Your brain has about 86 billion neurons and trillions of supporters called glial cells. (We know this number because a team of researchers used chemicals to dissolve brain tissue without damaging the nuclei of neural cells.) Our 86 billion nerve cells create connections to one another via dendrites, which are like tiny organic wires that allow neurons to send and receive electrical signals.
These signals, along with corresponding chemical messages, are the stuff all your thoughts and feelings are made of. Every song you’ve sung, every dream you’ve had, and every conversation you’ve lost yourself in originated as a burst of electrical activity in the trillions of connections among billions of neurons in your brain.
Ancient people believed that our heart and bowels were the seat of our thoughts and emotions, but today we understand that our thoughts and feelings originate and transpire in our brains. There is nothing that is more “you” than your brain. No other organ has the capacity to shape how you perceive the world or how your inner experience unfolds. You are your brain, and your brain is you. And that means spirituality and religion are rooted in the brain in the same way that thoughts and feelings are.
Scientists know there is a part of your brain responsible for anger and another part responsible for affection. Your brain has a “spot” for language and a “spot” for vision, so some neuroscientists naturally wondered if the brain also had a “God spot,” a part of the brain that’s responsible for religious experiences. Despite several published findings, no scientific consensus has been built around the idea—there doesn’t seem to be any one part of our brain responsible for God.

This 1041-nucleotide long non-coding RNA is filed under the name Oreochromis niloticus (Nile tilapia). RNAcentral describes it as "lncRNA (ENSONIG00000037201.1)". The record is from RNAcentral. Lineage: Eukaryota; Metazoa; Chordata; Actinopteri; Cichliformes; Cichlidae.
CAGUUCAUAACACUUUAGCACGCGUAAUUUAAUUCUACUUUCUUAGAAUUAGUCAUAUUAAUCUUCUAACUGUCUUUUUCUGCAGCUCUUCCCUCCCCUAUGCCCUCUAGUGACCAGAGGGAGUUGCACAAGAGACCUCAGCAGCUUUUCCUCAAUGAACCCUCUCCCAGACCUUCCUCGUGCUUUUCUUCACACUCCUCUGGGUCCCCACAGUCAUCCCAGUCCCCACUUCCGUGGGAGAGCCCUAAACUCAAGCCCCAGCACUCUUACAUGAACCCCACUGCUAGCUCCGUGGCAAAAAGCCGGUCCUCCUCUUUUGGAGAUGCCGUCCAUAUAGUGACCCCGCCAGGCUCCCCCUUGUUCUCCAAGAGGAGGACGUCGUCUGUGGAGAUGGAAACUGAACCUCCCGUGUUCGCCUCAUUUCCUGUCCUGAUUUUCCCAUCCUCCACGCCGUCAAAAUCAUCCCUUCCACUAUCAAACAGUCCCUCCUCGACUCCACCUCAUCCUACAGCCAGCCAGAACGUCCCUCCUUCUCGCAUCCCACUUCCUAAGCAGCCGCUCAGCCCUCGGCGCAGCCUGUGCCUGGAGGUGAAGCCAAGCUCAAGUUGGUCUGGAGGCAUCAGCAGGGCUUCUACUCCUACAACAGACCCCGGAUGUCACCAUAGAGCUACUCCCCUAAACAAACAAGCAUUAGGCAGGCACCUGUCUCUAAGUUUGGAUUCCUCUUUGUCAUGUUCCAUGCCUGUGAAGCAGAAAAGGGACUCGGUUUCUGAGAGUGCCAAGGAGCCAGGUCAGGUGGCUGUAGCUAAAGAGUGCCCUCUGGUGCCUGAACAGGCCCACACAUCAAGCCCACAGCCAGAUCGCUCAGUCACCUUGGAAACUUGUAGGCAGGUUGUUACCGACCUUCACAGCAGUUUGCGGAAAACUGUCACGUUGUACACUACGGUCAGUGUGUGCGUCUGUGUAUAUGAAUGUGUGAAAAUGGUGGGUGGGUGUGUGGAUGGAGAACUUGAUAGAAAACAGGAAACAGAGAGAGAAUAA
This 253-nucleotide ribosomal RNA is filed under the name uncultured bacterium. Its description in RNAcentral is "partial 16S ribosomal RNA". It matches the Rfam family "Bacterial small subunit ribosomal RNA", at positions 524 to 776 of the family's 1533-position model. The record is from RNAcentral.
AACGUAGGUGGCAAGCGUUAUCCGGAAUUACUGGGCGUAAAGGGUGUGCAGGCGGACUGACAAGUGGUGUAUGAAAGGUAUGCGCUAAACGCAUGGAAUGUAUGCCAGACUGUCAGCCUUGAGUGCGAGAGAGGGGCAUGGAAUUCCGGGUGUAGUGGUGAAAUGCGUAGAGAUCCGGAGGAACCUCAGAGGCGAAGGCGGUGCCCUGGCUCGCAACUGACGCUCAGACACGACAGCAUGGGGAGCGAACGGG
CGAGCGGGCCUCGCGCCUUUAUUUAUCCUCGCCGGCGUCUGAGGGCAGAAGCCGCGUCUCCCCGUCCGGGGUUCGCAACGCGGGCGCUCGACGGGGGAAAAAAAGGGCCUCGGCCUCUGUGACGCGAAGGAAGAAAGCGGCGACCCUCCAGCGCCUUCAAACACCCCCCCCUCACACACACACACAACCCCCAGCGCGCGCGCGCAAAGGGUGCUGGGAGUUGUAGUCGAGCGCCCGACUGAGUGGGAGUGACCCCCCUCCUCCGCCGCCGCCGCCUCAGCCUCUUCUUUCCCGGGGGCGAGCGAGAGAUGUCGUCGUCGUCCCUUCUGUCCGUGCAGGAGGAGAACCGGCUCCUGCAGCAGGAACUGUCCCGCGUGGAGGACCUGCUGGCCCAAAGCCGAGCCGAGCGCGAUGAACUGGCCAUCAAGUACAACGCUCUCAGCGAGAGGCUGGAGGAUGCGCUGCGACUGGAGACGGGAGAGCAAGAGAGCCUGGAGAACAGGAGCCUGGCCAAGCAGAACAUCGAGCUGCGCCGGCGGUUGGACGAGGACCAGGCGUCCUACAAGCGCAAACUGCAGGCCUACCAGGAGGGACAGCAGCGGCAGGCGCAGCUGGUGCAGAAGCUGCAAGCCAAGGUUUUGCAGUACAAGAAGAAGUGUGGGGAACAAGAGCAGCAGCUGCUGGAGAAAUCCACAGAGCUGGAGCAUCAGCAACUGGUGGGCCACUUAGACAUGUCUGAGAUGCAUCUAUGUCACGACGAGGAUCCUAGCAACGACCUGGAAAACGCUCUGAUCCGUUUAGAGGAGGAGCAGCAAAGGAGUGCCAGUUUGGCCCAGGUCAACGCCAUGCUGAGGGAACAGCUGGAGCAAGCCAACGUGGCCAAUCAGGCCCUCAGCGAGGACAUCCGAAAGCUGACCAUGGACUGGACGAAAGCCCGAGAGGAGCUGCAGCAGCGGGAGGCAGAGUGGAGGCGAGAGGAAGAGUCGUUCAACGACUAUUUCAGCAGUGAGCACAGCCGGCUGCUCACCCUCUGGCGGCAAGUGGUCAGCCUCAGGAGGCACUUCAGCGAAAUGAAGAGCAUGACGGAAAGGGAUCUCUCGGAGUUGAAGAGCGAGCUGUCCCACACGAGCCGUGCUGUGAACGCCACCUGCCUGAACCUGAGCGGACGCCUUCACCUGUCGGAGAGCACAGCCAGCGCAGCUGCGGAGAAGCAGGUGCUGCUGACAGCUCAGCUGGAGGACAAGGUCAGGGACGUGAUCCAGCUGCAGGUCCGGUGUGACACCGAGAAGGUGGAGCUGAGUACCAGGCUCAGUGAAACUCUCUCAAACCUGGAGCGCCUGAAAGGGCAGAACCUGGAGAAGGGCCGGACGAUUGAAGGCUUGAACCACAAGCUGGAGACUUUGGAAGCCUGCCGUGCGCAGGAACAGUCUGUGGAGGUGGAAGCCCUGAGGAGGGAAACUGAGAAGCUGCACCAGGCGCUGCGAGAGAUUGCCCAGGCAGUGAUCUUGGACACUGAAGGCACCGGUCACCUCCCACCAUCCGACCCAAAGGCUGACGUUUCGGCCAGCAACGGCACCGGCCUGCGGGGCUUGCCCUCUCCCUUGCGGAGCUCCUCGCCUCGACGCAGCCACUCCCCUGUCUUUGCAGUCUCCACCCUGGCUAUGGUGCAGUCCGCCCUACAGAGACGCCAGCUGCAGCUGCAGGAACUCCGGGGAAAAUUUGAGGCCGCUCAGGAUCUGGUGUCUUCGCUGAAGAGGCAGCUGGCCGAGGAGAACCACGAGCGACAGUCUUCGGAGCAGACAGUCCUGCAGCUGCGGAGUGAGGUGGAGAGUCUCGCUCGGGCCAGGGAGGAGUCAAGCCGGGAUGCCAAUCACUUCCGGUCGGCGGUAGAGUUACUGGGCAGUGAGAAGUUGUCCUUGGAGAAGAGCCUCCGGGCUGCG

Still, whatever you know about God and whatever spiritual experiences you’ve had are held in your brain. More-sophisticated brain-imaging technology has shown that people’s beliefs about God aren’t anything like a “spot” but instead arise from a complex network in our brains. The more someone thinks about God, prays, or has other spiritual experiences, the more developed this network becomes.
This is why belief in God is so robust in the minds of many Christians. God is not something we believe in as much as something we feel and experience—and this is why the faithful and the skeptical find it so difficult to understand one another. In the brains of atheists, God is a noun, a noun no more real than tooth fairy or unicorn. But believers have a rich neurological network that encapsulates God through feelings and experiences that are difficult to articulate with mere language.
Reprinted from FINDING GOD IN THE WAVES: How I Lost My Faith and Found It Again Through Science. Copyright © 2016 by Mike McHargue. Published by Convergent, an imprint of Penguin Random House LLC.
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